Despite the Wii’s and the DS’s decline in releases, the mini-game collection genre is still the most prolific genre in 2010 coming in at 51. It’s still a slight decline from last year, but that’s probably more attributable to the general reduction in releases between the two systems. What’s funny is that this number is somewhat buoyed by the Kinect and Move. Before, the two systems have been safe from the mini-game collection genre, but since the two peripherals have entered the fray, that’s no longer the case.
Red Dead Redemption
You might be wondering why I’m not calling the Adventure genre the most prolific genre. The reason for that is pretty simple. The genre is just too broad. It encompasses so many different types of games from games like Club Penguin to Red Dead Redemption. It’s hard to read too much into it. As for why the big drop between years, that has more to do with methodology. I separated action games and platformers from adventure games in 2010, but not in 2009. Games like God of War 3 and Kirby’s Epic Yarn is slotted under their respective genres this time around.
The more notable drop-off is also the bane of my writing my articles for nearly every week back in 2009: the pets and jobs sims. Not a week would pass where I didn’t write about at least one pet simulator or one job simulator somewhere in the article, but come 2010, they became fairly uncommon. Each dropping by nearly a half of what used to come out, game publishers must’ve finally realized just how flooded the DS and Wii market is with these two genres. All I can say is, “Hallelujah!”
Call of Duty: Black Ops
Despite the FPS genre’s popularity, coming in at only 19, it’s by no means the market-flooding genre we tend to associate with the FPS. In fact, it’s actually kind of low with RPGs at 40 games and action games and racing games both coming in at 30. So why does it feel like the FPS genre is all there is in video games sometimes? My guess is that that has more to do with where publishers dump their marketing money. Activision marketed the hell out of Call of Duty: Black Ops, and Microsoft isn’t going to let Halo: Reach come out in relative obscurity. Despite gaming news outlet’s best attempts to highlight other games that don’t involve bullets, FPS games are about the only thing we see that reaches outside the gaming sphere. Remember those Black Ops TV ads with Kobe Bryant? Even ESPN talked about that ad.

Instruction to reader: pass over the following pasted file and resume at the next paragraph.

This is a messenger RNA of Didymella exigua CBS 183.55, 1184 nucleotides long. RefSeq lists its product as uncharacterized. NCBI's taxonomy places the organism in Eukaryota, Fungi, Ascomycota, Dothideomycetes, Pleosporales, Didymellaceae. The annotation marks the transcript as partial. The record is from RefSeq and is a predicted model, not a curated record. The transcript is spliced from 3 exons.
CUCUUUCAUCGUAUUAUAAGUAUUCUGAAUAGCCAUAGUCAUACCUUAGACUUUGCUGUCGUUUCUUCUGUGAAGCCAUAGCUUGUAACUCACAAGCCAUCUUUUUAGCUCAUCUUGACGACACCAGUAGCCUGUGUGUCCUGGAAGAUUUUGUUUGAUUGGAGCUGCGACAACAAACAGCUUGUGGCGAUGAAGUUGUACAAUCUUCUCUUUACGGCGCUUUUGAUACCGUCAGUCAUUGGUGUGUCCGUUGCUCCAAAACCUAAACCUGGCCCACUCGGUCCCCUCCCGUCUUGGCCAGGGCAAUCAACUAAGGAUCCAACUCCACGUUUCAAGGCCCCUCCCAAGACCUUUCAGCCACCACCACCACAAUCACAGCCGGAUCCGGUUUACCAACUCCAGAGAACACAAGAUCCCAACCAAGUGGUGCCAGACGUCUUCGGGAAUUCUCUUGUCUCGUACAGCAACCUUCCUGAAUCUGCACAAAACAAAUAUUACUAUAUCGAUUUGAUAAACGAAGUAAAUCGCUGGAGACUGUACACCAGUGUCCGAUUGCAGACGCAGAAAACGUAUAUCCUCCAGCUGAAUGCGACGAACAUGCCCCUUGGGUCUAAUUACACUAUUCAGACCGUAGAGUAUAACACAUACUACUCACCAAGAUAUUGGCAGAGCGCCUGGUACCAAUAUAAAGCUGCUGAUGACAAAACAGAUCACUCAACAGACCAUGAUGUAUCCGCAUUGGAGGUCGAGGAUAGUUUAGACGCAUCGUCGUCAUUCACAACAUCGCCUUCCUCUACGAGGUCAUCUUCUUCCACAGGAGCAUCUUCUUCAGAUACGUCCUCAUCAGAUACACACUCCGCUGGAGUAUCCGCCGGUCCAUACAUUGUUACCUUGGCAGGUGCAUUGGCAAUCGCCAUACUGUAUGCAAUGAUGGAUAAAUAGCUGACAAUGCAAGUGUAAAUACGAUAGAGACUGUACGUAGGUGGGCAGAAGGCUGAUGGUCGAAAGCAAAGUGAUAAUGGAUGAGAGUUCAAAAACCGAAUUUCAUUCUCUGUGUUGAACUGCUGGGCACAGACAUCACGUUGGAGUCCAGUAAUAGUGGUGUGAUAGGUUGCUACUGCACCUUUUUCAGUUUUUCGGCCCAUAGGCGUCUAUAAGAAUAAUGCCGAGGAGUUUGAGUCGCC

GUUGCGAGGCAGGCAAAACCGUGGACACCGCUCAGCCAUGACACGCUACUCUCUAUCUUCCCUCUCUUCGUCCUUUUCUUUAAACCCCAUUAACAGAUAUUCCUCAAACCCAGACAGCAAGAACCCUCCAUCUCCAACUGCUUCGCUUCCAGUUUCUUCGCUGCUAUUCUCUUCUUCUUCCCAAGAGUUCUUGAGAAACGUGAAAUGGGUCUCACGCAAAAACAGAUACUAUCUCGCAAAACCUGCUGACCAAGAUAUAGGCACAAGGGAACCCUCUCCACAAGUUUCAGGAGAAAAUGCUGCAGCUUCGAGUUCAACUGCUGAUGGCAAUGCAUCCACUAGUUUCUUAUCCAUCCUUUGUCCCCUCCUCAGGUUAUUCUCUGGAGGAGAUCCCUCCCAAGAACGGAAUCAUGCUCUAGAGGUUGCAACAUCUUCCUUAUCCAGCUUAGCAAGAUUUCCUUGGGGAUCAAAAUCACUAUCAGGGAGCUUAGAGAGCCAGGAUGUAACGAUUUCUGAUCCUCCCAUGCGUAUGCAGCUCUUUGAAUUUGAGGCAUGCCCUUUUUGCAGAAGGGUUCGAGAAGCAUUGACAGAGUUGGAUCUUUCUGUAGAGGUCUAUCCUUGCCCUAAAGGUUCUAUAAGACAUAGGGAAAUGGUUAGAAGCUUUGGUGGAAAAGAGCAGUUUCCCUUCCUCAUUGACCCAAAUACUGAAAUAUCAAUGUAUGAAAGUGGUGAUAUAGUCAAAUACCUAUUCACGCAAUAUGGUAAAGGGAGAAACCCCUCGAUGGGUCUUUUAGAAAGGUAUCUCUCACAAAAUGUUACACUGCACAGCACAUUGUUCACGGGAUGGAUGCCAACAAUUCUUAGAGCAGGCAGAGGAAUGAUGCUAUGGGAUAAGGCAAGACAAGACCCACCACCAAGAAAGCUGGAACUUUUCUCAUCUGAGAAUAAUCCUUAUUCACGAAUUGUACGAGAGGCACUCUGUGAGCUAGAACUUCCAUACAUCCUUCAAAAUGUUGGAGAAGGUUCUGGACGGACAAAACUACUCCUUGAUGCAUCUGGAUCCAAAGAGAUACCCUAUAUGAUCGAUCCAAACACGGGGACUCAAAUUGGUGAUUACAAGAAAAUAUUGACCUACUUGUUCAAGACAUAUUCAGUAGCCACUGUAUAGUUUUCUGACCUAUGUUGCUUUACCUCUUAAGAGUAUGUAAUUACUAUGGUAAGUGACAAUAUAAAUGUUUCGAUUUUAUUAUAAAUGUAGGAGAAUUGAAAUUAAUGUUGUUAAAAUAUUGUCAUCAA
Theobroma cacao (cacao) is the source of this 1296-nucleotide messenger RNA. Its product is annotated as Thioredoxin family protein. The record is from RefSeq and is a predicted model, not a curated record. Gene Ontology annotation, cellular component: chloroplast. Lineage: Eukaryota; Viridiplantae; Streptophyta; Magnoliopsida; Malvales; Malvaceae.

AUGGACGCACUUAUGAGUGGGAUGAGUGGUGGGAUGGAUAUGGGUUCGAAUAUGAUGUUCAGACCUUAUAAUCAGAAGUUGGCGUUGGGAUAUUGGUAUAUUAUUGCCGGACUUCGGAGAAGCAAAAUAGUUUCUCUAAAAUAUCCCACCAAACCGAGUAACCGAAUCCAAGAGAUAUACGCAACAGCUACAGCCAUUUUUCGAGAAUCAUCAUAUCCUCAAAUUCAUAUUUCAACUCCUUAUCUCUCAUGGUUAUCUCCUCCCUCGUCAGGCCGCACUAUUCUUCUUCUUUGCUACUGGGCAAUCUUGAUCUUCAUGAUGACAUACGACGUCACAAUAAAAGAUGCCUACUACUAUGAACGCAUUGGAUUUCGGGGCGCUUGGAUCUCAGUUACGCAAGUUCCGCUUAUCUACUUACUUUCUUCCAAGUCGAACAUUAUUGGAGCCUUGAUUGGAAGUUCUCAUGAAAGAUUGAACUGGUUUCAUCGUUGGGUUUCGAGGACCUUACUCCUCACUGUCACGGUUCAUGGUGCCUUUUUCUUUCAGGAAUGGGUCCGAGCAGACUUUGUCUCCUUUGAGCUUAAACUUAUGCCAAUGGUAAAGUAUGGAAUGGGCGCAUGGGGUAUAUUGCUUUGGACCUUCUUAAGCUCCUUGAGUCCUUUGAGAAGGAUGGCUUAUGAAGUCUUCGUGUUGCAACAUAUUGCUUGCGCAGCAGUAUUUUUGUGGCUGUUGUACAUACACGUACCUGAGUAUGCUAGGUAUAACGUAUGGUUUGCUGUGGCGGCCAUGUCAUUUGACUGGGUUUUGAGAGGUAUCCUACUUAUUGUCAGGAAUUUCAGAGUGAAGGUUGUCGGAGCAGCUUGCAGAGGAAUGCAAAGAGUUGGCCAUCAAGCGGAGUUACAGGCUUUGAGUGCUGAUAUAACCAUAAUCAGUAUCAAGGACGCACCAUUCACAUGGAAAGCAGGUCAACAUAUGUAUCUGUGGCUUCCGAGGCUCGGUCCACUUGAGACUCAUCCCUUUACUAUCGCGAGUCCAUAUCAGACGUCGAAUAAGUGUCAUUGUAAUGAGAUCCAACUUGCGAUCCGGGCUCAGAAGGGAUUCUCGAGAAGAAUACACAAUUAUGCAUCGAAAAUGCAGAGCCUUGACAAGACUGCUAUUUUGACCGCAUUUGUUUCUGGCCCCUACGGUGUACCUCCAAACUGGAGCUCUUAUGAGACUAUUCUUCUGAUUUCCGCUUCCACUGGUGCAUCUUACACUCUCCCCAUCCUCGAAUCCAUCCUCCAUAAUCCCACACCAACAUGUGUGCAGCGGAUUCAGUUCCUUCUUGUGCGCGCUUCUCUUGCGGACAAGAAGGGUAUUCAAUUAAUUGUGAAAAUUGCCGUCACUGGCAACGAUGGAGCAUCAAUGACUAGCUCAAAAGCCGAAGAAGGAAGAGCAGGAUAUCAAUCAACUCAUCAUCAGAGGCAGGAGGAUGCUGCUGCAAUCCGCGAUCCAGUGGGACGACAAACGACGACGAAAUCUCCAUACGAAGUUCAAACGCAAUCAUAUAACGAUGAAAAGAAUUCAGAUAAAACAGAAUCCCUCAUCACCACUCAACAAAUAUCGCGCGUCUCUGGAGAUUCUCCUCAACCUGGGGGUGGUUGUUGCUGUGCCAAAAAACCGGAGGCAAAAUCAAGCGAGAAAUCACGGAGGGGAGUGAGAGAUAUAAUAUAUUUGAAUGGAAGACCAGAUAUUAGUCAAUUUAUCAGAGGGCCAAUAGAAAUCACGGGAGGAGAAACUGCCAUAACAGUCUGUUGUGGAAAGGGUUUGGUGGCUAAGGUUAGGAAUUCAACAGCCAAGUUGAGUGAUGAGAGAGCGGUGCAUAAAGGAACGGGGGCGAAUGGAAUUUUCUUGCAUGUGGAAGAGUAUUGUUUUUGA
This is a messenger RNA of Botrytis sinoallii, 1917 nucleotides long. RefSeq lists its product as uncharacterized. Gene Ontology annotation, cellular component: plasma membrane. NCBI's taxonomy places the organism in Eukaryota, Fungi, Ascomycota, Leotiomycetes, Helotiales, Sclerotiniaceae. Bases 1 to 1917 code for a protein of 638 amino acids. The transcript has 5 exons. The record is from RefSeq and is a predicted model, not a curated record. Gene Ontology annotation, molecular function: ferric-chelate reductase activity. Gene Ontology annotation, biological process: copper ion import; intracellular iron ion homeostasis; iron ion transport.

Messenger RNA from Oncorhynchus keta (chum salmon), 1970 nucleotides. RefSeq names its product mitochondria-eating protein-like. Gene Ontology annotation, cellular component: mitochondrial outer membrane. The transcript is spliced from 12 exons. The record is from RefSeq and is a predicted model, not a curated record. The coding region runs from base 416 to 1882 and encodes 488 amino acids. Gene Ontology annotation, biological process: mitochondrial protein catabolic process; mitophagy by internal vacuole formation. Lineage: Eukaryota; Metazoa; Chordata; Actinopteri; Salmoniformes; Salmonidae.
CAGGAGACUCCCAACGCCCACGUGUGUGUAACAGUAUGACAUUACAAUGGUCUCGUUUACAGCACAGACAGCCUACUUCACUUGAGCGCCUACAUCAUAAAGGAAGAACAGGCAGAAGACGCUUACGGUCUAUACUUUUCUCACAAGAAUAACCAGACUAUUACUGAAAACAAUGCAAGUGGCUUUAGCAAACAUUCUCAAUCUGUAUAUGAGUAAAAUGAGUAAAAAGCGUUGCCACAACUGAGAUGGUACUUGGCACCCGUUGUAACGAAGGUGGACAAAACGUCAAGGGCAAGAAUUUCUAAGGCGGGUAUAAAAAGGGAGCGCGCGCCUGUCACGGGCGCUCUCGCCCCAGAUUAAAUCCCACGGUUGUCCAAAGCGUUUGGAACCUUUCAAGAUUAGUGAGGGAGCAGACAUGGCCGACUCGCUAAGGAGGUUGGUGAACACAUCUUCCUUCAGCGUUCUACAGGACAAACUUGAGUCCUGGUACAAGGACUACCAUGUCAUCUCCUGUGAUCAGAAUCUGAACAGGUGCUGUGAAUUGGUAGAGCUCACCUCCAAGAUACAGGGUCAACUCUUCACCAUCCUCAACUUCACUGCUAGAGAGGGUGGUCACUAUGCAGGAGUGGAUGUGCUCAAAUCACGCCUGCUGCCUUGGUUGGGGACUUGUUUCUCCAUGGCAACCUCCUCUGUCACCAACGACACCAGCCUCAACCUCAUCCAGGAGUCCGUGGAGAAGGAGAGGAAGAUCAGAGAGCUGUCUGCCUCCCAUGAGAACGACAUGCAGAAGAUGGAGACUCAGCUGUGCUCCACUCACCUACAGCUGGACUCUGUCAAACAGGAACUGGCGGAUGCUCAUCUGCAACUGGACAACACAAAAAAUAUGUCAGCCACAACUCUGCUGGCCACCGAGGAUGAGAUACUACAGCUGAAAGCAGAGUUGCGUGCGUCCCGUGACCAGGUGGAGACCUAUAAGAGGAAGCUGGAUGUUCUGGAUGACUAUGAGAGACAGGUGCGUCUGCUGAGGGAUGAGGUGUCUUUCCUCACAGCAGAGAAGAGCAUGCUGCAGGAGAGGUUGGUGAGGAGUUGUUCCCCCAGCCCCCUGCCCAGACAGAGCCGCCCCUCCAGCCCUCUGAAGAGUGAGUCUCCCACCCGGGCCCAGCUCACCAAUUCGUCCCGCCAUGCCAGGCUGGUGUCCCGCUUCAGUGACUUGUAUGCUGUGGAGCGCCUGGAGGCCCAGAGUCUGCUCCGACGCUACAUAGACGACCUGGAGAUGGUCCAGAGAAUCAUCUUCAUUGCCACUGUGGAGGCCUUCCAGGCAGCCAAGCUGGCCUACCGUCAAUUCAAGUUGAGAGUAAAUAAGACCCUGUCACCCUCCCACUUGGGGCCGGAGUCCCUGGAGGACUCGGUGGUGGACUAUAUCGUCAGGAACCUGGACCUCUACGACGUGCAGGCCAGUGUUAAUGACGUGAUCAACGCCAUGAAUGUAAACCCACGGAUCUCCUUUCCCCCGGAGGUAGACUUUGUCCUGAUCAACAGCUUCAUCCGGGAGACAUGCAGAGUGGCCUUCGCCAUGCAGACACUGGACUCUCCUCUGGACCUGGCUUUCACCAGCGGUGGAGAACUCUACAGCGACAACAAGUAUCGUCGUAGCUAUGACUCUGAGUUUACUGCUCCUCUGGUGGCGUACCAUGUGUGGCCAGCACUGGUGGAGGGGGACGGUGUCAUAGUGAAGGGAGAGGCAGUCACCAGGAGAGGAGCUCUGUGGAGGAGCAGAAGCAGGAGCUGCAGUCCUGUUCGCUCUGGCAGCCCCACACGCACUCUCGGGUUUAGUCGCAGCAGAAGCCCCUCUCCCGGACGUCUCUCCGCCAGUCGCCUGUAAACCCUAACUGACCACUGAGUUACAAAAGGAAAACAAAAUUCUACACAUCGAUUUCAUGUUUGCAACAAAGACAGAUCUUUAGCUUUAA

If you stare at these numbers long enough, you might just hit upon the same epiphany I had last year when I did this. Video gaming hasn’t even scratched the surface of its true potential. A lot of the genres I listed simply didn’t exist a decade ago. The pet sims genre didn’t exist back in the nineties, but now it’s practically a foundation of the DS library. Until Resident Evil 4 came out, the third person shooter genre was only hinted at in games like Syphon Filter. Every genre needed to start somehow somewhere, and here I can see it blossoming and even spawn new ones from it.
Mass Effect 2
As these numbers fluctuate from year to year, I can almost see how video gaming is still evolving and learning trying to figure out what sells, what’s fun, and hopefully what’s both. It’s most evident when I was trying to categorize some of the games. Do I put Kingdom Hearts: Birth by Sleep under Action or RPG? Is Mass Effect 2 an RPG or is it really a Third Person shooter? And don’t even get me started on Final Fantasy 13. These games are trying to break the mold of the genres we’ve become comfortable with and may one day become so prominent that they deserve their own category, whatever that may be, on this list. I look forward to the year I add new categories to this list. It excites me more so than seeing any one genre, even my favorite ones, dominating the market and choking out new ideas and innovations.
As always I look forward to your comments and questions as I have no doubt my methodology is probably put into question by now.